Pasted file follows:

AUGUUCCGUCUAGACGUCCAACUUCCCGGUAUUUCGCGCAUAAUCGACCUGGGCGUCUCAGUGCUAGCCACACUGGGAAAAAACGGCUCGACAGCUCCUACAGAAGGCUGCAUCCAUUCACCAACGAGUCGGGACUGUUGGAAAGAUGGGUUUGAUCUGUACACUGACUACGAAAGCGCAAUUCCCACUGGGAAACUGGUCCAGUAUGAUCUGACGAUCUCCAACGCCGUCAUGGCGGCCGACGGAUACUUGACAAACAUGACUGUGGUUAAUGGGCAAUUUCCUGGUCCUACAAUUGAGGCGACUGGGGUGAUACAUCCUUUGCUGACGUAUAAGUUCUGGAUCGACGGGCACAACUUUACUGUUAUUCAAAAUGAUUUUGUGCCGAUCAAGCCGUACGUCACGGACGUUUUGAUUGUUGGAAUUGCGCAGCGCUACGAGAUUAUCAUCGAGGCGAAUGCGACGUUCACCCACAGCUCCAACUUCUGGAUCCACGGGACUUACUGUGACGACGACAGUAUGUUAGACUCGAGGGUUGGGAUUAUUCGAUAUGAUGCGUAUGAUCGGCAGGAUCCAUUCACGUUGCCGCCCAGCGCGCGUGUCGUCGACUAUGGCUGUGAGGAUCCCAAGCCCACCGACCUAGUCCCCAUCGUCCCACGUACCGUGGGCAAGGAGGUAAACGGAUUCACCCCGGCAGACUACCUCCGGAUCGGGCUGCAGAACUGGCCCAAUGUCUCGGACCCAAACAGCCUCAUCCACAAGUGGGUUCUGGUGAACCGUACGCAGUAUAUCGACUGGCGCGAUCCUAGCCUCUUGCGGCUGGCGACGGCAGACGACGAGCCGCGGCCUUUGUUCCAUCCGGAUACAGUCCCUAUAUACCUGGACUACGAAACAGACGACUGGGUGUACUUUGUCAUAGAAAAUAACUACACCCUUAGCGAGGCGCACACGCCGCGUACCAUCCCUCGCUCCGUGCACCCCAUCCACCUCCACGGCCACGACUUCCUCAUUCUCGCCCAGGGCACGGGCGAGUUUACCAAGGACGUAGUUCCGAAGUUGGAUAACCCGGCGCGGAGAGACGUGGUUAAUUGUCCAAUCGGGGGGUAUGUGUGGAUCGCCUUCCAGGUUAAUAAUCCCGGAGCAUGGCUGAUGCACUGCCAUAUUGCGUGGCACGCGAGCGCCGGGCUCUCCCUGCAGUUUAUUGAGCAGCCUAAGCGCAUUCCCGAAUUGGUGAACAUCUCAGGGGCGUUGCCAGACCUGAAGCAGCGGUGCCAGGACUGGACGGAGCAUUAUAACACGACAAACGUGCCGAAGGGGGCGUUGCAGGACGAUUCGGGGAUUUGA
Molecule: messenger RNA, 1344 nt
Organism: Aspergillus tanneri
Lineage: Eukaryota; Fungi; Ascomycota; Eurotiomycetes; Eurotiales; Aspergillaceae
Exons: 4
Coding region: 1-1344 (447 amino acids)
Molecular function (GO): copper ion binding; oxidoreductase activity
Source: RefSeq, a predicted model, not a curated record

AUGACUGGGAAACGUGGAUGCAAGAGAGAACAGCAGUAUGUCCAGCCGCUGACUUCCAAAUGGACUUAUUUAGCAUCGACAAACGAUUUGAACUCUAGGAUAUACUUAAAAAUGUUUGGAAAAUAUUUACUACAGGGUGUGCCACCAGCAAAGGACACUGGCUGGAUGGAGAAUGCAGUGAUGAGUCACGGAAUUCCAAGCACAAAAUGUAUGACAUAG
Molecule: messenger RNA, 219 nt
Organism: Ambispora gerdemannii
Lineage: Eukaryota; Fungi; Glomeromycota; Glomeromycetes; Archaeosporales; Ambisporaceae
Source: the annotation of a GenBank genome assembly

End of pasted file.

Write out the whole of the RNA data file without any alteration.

AUGUUCCGUCUAGACGUCCAACUUCCCGGUAUUUCGCGCAUAAUCGACCUGGGCGUCUCAGUGCUAGCCACACUGGGAAAAAACGGCUCGACAGCUCCUACAGAAGGCUGCAUCCAUUCACCAACGAGUCGGGACUGUUGGAAAGAUGGGUUUGAUCUGUACACUGACUACGAAAGCGCAAUUCCCACUGGGAAACUGGUCCAGUAUGAUCUGACGAUCUCCAACGCCGUCAUGGCGGCCGACGGAUACUUGACAAACAUGACUGUGGUUAAUGGGCAAUUUCCUGGUCCUACAAUUGAGGCGACUGGGGUGAUACAUCCUUUGCUGACGUAUAAGUUCUGGAUCGACGGGCACAACUUUACUGUUAUUCAAAAUGAUUUUGUGCCGAUCAAGCCGUACGUCACGGACGUUUUGAUUGUUGGAAUUGCGCAGCGCUACGAGAUUAUCAUCGAGGCGAAUGCGACGUUCACCCACAGCUCCAACUUCUGGAUCCACGGGACUUACUGUGACGACGACAGUAUGUUAGACUCGAGGGUUGGGAUUAUUCGAUAUGAUGCGUAUGAUCGGCAGGAUCCAUUCACGUUGCCGCCCAGCGCGCGUGUCGUCGACUAUGGCUGUGAGGAUCCCAAGCCCACCGACCUAGUCCCCAUCGUCCCACGUACCGUGGGCAAGGAGGUAAACGGAUUCACCCCGGCAGACUACCUCCGGAUCGGGCUGCAGAACUGGCCCAAUGUCUCGGACCCAAACAGCCUCAUCCACAAGUGGGUUCUGGUGAACCGUACGCAGUAUAUCGACUGGCGCGAUCCUAGCCUCUUGCGGCUGGCGACGGCAGACGACGAGCCGCGGCCUUUGUUCCAUCCGGAUACAGUCCCUAUAUACCUGGACUACGAAACAGACGACUGGGUGUACUUUGUCAUAGAAAAUAACUACACCCUUAGCGAGGCGCACACGCCGCGUACCAUCCCUCGCUCCGUGCACCCCAUCCACCUCCACGGCCACGACUUCCUCAUUCUCGCCCAGGGCACGGGCGAGUUUACCAAGGACGUAGUUCCGAAGUUGGAUAACCCGGCGCGGAGAGACGUGGUUAAUUGUCCAAUCGGGGGGUAUGUGUGGAUCGCCUUCCAGGUUAAUAAUCCCGGAGCAUGGCUGAUGCACUGCCAUAUUGCGUGGCACGCGAGCGCCGGGCUCUCCCUGCAGUUUAUUGAGCAGCCUAAGCGCAUUCCCGAAUUGGUGAACAUCUCAGGGGCGUUGCCAGACCUGAAGCAGCGGUGCCAGGACUGGACGGAGCAUUAUAACACGACAAACGUGCCGAAGGGGGCGUUGCAGGACGAUUCGGGGAUUUGA
Molecule: messenger RNA, 1344 nt
Organism: Aspergillus tanneri
Lineage: Eukaryota; Fungi; Ascomycota; Eurotiomycetes; Eurotiales; Aspergillaceae
Exons: 4
Coding region: 1-1344 (447 amino acids)
Molecular function (GO): copper ion binding; oxidoreductase activity
Source: RefSeq, a predicted model, not a curated record

AUGACUGGGAAACGUGGAUGCAAGAGAGAACAGCAGUAUGUCCAGCCGCUGACUUCCAAAUGGACUUAUUUAGCAUCGACAAACGAUUUGAACUCUAGGAUAUACUUAAAAAUGUUUGGAAAAUAUUUACUACAGGGUGUGCCACCAGCAAAGGACACUGGCUGGAUGGAGAAUGCAGUGAUGAGUCACGGAAUUCCAAGCACAAAAUGUAUGACAUAG
Molecule: messenger RNA, 219 nt
Organism: Ambispora gerdemannii
Lineage: Eukaryota; Fungi; Glomeromycota; Glomeromycetes; Archaeosporales; Ambisporaceae
Source: the annotation of a GenBank genome assembly